Sunday, August 29, 2021

Julius Eastman's "Three Extended Pieces for Four Pianos" released: Jul 16 | Alex Ross on "Julius Eastman’s Florid Minimalism" | The New Yorker

Not unlike some of his African American contemporaries such as Olly Woodrow Wilson Jr. and George E. Lewis, Julius Eastman remained in the margins of his respective facet of the contemporary classical world for the majority of his lifetime. A member of The Creative Associates, a prestigious body of classical music academics at SUNY Buffalo's Center for the Performing Arts, Eastman was also a founding member of the S.E.M. Ensemble in the mid-1970s, alongside composer Petr Kotik. Often overlooked in the histories of modern composers and the avant-garde, features spanning the last few years, like The New Yorker's "The Genius and the Tragedy of Julius Eastman", and "Minimalist Composer Julius Eastman, Dead for 26 Years, Crashes the Canon", for the New York Times, go some way to offer corrective consideration of Eastman's contribution to 20th century classical music. The Guardian details how it was that when the composer and pianist died homeless in 1990, and it appeared that his music would die with him, it was listeners and one tireless researcher who refused to let that happen, “Julius Eastman: The Groundbreaking Composer America Almost Forgot”. Which brings us to 2018 and the release of a small abundance of Eastman's work on labels such as Blume and the compositions that comprise what Eastman called "The Nigger Series". Released in short succession after Frozen Reeds edition of "Femenine", this revival of sorts has led to an overdue scenario in which, 28 Years After His Death, a Composer Gets a Publishing Deal”. The summer of 2021 sees two releases on Belgium's longrunning experimental label, Sub Rosa, including "Three Extended Pieces For Four Pianos", and of "Femenine", in new performances by ensemble 0 and Aum Grand Ensemble.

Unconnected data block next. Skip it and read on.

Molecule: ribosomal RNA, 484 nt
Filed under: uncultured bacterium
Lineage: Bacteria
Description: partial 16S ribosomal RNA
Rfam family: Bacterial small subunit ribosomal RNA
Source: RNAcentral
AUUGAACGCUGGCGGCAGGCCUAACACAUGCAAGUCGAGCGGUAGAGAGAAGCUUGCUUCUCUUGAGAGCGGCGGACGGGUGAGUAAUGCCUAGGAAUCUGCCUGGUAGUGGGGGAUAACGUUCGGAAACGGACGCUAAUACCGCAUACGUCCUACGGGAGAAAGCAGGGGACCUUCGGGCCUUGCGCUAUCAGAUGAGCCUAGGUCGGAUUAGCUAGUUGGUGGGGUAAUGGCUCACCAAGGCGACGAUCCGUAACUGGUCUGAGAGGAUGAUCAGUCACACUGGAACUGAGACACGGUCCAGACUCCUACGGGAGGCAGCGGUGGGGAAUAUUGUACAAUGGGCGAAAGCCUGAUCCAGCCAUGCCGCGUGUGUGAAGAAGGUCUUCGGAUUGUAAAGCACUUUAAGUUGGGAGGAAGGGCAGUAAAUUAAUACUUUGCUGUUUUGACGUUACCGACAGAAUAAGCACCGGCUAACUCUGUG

Alex Ross writes in the New Yorker on the ongoing canonization of what many consider to be Eastman's masterpiece, Julius Eastman’s Florid Minimalism: The Composer’s Thunderous, Propulsive 'Femenine' is Becoming a Modern Classic", and in the pages of the New York Times, the meditative, sprawling composition is being explored in performances around the world, 31 years after his death, “From a Composer’s Resurgence, a Masterpiece Rises. Alongside the preservationist work of Rocco Di Pietro, American minimalist composer Mary Jane Leach has proven herself to be Eastman's most tireless advocate. In interview with The Guardian, Leach traces this back to 1998, when Leach began teaching composition at Cal Arts. Attempting to track down an Eastman piece for 10 cellos she’d seen him conduct in 1981, Leach encountered a series of dead ends: “It gradually dawned on me. All his music was missing.” As a consequence, Leach became “an accidental musicologist”, hunting for Eastman’s lost works. “My analogy is like coming across an accident,” she says. “I couldn’t walk away and hope someone else would show up.” This would begin a decades-long endeavor of discovery, revival and preservation “In Search of Julius Eastman", which she maps for New Music. Leach herself becoming a point of discussion around the shepherding of Eastman's legacy, writing an editorial for Art News on Julius Eastman, she inquires, "How to Talk About History? A Composer Wonders How to Handle Incendiary Titles by Composer Julius Eastman". Equally complex in its nuance, and touching on correlative questions related to the avant-garde, Bradly Bailey's "In the Shadow of Ideals", for Sound American acts as an insightful companion read.